Up, up and away

Check that your documents and passport are where you think they are.

The day has arrived. All the organising, arranging, planning, research of the past months, it can feel like forever, has been leading up to this day and now you wonder; ‘what on earth am I doing?’

Relax, remember your ‘wishlist’ and the reasons why you are doing this. Think ahead to the excitement of new sights, sounds, smells, people, experiences, memories and smile. You’ve done the homework now it’s time to sit back and relax a little.

Check with the airport to see if your flight is still on time.

Say the last farewells. Not good byes, who knows, you may see each other again sooner than you think. Then it’s on to the airport, checking in, boarding the airplane, making yourself comfortably and enjoying the ride.

Long flights can be made more comfortable by following a few simple tips from seasoned travelers;

It’s a good idea to move around as much as possible when flying. Try to get up roughly every two hours and go for a little walk and stand for a while. Also try and do some in-flight leg exercises. This will improve the blood flow in your legs which, in turn, will not only help to reduce the chance of developing DVT (Deep Vein Thrombosis) but you will also feel a lot better at the end of the flight.

Avoid alcohol during the flight. Alcohol tends to have a dehydrating effect and reduces the oxygen carrying ability of your blood. As a result the negative effects far outweigh any imagined benefit an alcoholic beverage might offer. Also avoid caffeinated (including coffee and tea) and/or fizzy drinks. Stick to water, lots of it, and plain fruit juices. If possible buy a bottle of water before boarding and take regular sips. Do not wait until you feel thirsty before taking a drink, thirst is your body’s way of telling you it has already begun to dehydrate.

Commercial airlines have very low humidity in the cabin which will tend to dry your lips, throat, nose and eyes. Sipping water regularly will keep your throat from getting dry and lip balm will help for your lips. It is a good idea to avoid wearing contact lenses rather wear spectacles, take eye drops along and use them regularly. A saline nose spray, used whenever your nostrils begin to feel dry or prickly, will keep your nose and sinuses feeling comfortable.

Pack a toothbrush and a small amount of toothpaste in a tub to help you freshen up when you need a boost.

WetOnes or wet wipes are one of the best inventions ever. They are pre-moistened anti-bacterial towelettes which are absolutely amazing at freshening your face, the back of your neck and your hands.

Dress comfortably! Wear comfortable loose fitting, light clothes, layered in case you get too hot or too cold. Avoid extra buttons and zippers as they can become uncomfortable when you have been sitting on them for a couple of hours.

Comfortable shoes that are easy to take off and put on are a must as is a pair of socks. If you experiencing any swelling in your feet and ankles tight shoes will be very uncomfortable so sport your socks while you do your foot exercises or your short walks in the aisle.

Just a word of caution though DO NOT go to the toilet in your socks, put your shoes on. The cabin crew work very hard to maintain the toilets in a clean and sanitary state but accidents happen and you do not want those little splashes on the toilet floor to wet your feet and dampen your sense of comfort regardless of what they might be from.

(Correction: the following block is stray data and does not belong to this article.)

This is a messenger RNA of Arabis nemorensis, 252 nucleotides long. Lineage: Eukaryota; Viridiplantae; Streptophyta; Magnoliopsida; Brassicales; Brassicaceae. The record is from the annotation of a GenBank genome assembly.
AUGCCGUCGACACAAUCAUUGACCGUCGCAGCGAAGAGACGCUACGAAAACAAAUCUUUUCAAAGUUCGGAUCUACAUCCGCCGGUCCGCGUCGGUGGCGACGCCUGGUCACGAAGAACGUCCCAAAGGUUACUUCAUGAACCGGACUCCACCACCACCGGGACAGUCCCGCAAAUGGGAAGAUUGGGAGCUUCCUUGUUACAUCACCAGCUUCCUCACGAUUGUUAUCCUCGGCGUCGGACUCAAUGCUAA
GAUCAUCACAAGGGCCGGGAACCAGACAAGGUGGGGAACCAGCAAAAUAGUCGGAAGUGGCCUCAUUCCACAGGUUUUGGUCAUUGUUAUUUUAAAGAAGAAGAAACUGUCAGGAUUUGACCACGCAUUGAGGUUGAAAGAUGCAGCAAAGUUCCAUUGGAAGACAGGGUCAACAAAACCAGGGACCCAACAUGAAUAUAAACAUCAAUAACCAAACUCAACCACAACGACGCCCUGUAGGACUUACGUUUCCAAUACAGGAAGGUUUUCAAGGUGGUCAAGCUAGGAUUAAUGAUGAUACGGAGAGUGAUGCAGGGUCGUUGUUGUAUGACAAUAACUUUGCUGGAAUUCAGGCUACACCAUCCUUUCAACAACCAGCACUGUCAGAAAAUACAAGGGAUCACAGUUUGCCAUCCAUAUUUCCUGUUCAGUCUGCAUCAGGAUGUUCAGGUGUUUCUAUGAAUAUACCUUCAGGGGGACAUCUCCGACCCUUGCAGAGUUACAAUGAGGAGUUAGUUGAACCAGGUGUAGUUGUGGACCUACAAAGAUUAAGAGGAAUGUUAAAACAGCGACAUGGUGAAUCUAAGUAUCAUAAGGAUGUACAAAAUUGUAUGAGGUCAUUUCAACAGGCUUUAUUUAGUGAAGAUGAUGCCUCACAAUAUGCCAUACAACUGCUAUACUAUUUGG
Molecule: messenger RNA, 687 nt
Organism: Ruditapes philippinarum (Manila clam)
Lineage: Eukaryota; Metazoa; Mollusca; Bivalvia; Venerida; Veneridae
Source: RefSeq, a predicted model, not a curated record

Carry some healthy snacks with you and do not board the flight on an empty stomach. Again avoid too much sugar.

Pack your own neck pillow, inflatable ones fold up really small. If you are not using it to sleep place it between your lower back and the seat. This helps to ease back soreness and with an inflatable pillow you can easily adjust the amount of support.

Pack in breath mint or chewing gum. They freshen your mouth and breath and will help your ears adjust to changing air pressure during take-off and landing.

Bring your own headphones. The headphones available on the plane (whether for purchase or for free) are usually of poor quality. Noise-canceling headphones and in-ear headphones are a better choice and can help block out engine and passenger noise. If you want to use your headphones to plug into the inflight entertainment check with your airline that the plug will fit as some airlines use proprietary plugs.

Remember to confirm with your airline what liquids and/or gels, in what quantities and in what containers, are permitted in your hand luggage.

Shortly before landing in New Zealand, the cabin crew will hand Immigration Control forms to each passenger. One of the forms is a questionnaire for Customs and Biosecurity on which you will have to declare what foodstuffs you are carrying with you, whether you have been to a farm recently or some specific part of the world with a known health problem. You will also need to indicate how much cash money you are bringing into New Zealand. It is extremely important to answer these questions accurately and honestly. If you have food or foodstuffs in your luggage, say so on the form and do not be tempted to take any food from the plane when disembarking.

As with many aspects of life our attitude and frame of mind can make experiences pleasant or otherwise. See the flight as the true start of your new life as part of the adventure no matter how seasoned a traveler you are. Do not keep looking at the time, just sit back, relax and enjoy the sensations and if the flight is 10 minutes behind schedule so what? No amount of stressing will make it fly any faster so rather take the time to relax and read another chapter of your book.